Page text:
ISSN (Print) - 0012-9976 | ISSN (Online) - 2349-8846

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Expanding Liquidity, High Interest Rates and Low Credit Offtake

EPW Research Foundation The complex phenomenon of expanding liquidity, high interest rates and low credit offtake is both the cause and the consequence of the slow-down of the economy, especially the industrial and service sectors.

High Cost of Financial Sector Reform

EPW Research Foundation High Cost of Financial Sector Reform The slow-down in industrial activity is now increasingly getting reflected in the portfolio behaviour of banks and financial institutions. Banks' initial reluctance to lend has been reinforced now by companies' unwillingness to borrow both because of the low level of industrial activity and the persistence of high inter erst rates. All aspects of financial sector liberalisation, however, preclude any significant lowering of interest rates by banks and financial institutions, even as company finance studies clearly show how mounting interest costs are having a severe impact on corporate results.

Credit Policy Skirts Basic Issue

EPW Research Foundation Credit Policy Skirts Basic Issue With the latest monetary policy announcement confining itself to the essentials of the stabilisation and structural adjustment programme, the mismatch between an abundance of liquidity in the system and industry craving for funds for investment has remained unaddressed. Money market developments, after the credit policy announcement particularly, have once again thrown into sharp focus the narrow groove in which the banking system has got stuck and the rigidity in the operations of banks and financial institutions encouraged by the limited perspective of financial sector reforms.

Clueless against Emerging Recession

EPW Research Foundation Clueless against Emerging Recession The RBI's conventional approach, reiterated in its latest Annual Report, of tinkering with reserve requirements and signalling monetary policy changes through open market operations may achieve the objective, to which the RBI evidently and attaches the highest importance, of establishing closer links among the money, capital, gilt foreign exchange markets, but it will certainly not help stimulate the dynamic role of credit in the development of the economy.

Interest Rates Refuse to Behave

EPWResearch Foundation Interest Rates Refuse to Behave Financial System in a Maze THE financial system is now caught in a Iabyrinthian maze. Though the Reserve Bank of India (RBI) has flogged the system with large releases of liquidity, the system itself has failed to respond and help the authorities in achieving a genuine downward shift in those elements of the interest rate structure which matter to the productive sectors. The rub lies in the authorities persistent dependence on indirect instruments of monetary control rather than reimposing direct interest rate regulations which the situation demands. The-free market policies have let loose unbridled competition among banks, financial institutions (FIs) and non-banking financial companies (NBFCs) to mobilise scarce financial assets of the community, which has spawned the most glaring mismatch between the yields offered on such assets and the rates of interest that are economical to the productive borrowers.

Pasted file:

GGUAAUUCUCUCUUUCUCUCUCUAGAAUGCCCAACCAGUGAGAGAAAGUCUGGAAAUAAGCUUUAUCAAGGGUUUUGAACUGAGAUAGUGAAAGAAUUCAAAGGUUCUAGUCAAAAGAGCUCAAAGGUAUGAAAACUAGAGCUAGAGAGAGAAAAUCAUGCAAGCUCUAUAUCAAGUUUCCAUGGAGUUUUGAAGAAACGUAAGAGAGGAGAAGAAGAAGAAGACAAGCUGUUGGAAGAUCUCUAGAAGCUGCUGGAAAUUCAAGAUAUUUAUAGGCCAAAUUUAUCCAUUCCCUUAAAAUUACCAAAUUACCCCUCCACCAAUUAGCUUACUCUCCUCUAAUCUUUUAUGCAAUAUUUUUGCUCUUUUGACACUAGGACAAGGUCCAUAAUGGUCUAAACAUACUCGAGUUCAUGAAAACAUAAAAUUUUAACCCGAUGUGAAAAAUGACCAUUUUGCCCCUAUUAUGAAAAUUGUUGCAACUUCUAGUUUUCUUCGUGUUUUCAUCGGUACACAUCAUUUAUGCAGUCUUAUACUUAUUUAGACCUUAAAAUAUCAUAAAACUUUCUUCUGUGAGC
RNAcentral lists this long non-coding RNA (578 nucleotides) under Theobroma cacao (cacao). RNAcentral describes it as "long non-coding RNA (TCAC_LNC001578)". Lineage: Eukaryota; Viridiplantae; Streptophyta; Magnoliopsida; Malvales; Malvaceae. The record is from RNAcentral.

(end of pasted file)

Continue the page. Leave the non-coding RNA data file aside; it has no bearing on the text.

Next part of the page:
High Cost of Funds Forces Industrial Slow-Down

EPW Research Foundation High Cost of Funds Forces Industrial Slow-Down The heavy burden imposed by the high real rates of interest both on the government budget and on productive activity in the public and private sectors is coming to the surface more sharply than ever before. There are in fact ominous signs of an incipient slow-down of industrial growth.

Distortions Come to the Surface

EPW Research Foundation Distortions Come to the Surface Macro Perspective CAUGHT in the shocks of adjustment to a situation of liberalisation, the financial system, contrary to official expectations, has plunged into a quandary. Many distortions associated with a free-for-all environment have come to the surface. First, within a short period of a year or two the economy has swung to the extremes, from an abundance of liquidity to an acute shortage of liquidity and now back to an easy situation. Underlying these swings has been the dependence of the financial system on the injection of liquidity from outside, even as the natural growth of financial savings has remained stunted. The blocks of assets externally injected in spurts are gobbled up by the pent-up demand for funds by the private sector and the government alike. Secondly, the apparent consequence of sw ings in liquidity is seen in increased uncertainty for both the purveyors of institutional credit and productive enterprises seeking credit. Banks seem to have become extremely loan wary, thus seeking more solace in risk-free sovereign instruments. A third and final distortion is to be seen in the structure of interest rates. While immediate liquidity considerations are tending to push short-term rates downwards, the rates for bank loans and loans of term-lending institutions have remained high and sticky as a result of the high-cost funds mobilised by banks as well as the FIs.